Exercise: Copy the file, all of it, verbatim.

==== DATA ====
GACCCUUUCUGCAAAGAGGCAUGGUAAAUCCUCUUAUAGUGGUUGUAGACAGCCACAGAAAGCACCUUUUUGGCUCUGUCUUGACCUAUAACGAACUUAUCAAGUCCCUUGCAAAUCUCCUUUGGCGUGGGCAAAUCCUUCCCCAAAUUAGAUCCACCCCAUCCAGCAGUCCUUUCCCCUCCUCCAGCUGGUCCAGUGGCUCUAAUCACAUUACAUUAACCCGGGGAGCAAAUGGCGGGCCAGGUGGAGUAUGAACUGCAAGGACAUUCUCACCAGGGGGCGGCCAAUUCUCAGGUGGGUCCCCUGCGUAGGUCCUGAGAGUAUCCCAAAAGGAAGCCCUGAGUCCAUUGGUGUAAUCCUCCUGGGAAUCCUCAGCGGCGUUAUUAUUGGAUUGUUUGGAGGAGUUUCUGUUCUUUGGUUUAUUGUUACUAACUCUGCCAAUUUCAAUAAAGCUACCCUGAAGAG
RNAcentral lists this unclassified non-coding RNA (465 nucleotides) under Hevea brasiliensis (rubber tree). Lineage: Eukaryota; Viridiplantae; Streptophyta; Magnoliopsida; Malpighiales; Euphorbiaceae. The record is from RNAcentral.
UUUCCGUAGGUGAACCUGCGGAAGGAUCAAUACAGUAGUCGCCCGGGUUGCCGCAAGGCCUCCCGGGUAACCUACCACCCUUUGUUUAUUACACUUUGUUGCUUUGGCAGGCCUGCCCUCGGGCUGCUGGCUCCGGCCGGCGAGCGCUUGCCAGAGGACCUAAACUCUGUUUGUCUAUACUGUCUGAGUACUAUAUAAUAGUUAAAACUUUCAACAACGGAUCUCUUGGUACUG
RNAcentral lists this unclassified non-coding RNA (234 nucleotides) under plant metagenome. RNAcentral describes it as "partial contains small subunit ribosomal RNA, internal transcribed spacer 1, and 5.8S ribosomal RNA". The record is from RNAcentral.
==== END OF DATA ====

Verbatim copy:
GACCCUUUCUGCAAAGAGGCAUGGUAAAUCCUCUUAUAGUGGUUGUAGACAGCCACAGAAAGCACCUUUUUGGCUCUGUCUUGACCUAUAACGAACUUAUCAAGUCCCUUGCAAAUCUCCUUUGGCGUGGGCAAAUCCUUCCCCAAAUUAGAUCCACCCCAUCCAGCAGUCCUUUCCCCUCCUCCAGCUGGUCCAGUGGCUCUAAUCACAUUACAUUAACCCGGGGAGCAAAUGGCGGGCCAGGUGGAGUAUGAACUGCAAGGACAUUCUCACCAGGGGGCGGCCAAUUCUCAGGUGGGUCCCCUGCGUAGGUCCUGAGAGUAUCCCAAAAGGAAGCCCUGAGUCCAUUGGUGUAAUCCUCCUGGGAAUCCUCAGCGGCGUUAUUAUUGGAUUGUUUGGAGGAGUUUCUGUUCUUUGGUUUAUUGUUACUAACUCUGCCAAUUUCAAUAAAGCUACCCUGAAGAG
RNAcentral lists this unclassified non-coding RNA (465 nucleotides) under Hevea brasiliensis (rubber tree). Lineage: Eukaryota; Viridiplantae; Streptophyta; Magnoliopsida; Malpighiales; Euphorbiaceae. The record is from RNAcentral.
UUUCCGUAGGUGAACCUGCGGAAGGAUCAAUACAGUAGUCGCCCGGGUUGCCGCAAGGCCUCCCGGGUAACCUACCACCCUUUGUUUAUUACACUUUGUUGCUUUGGCAGGCCUGCCCUCGGGCUGCUGGCUCCGGCCGGCGAGCGCUUGCCAGAGGACCUAAACUCUGUUUGUCUAUACUGUCUGAGUACUAUAUAAUAGUUAAAACUUUCAACAACGGAUCUCUUGGUACUG
RNAcentral lists this unclassified non-coding RNA (234 nucleotides) under plant metagenome. RNAcentral describes it as "partial contains small subunit ribosomal RNA, internal transcribed spacer 1, and 5.8S ribosomal RNA". The record is from RNAcentral.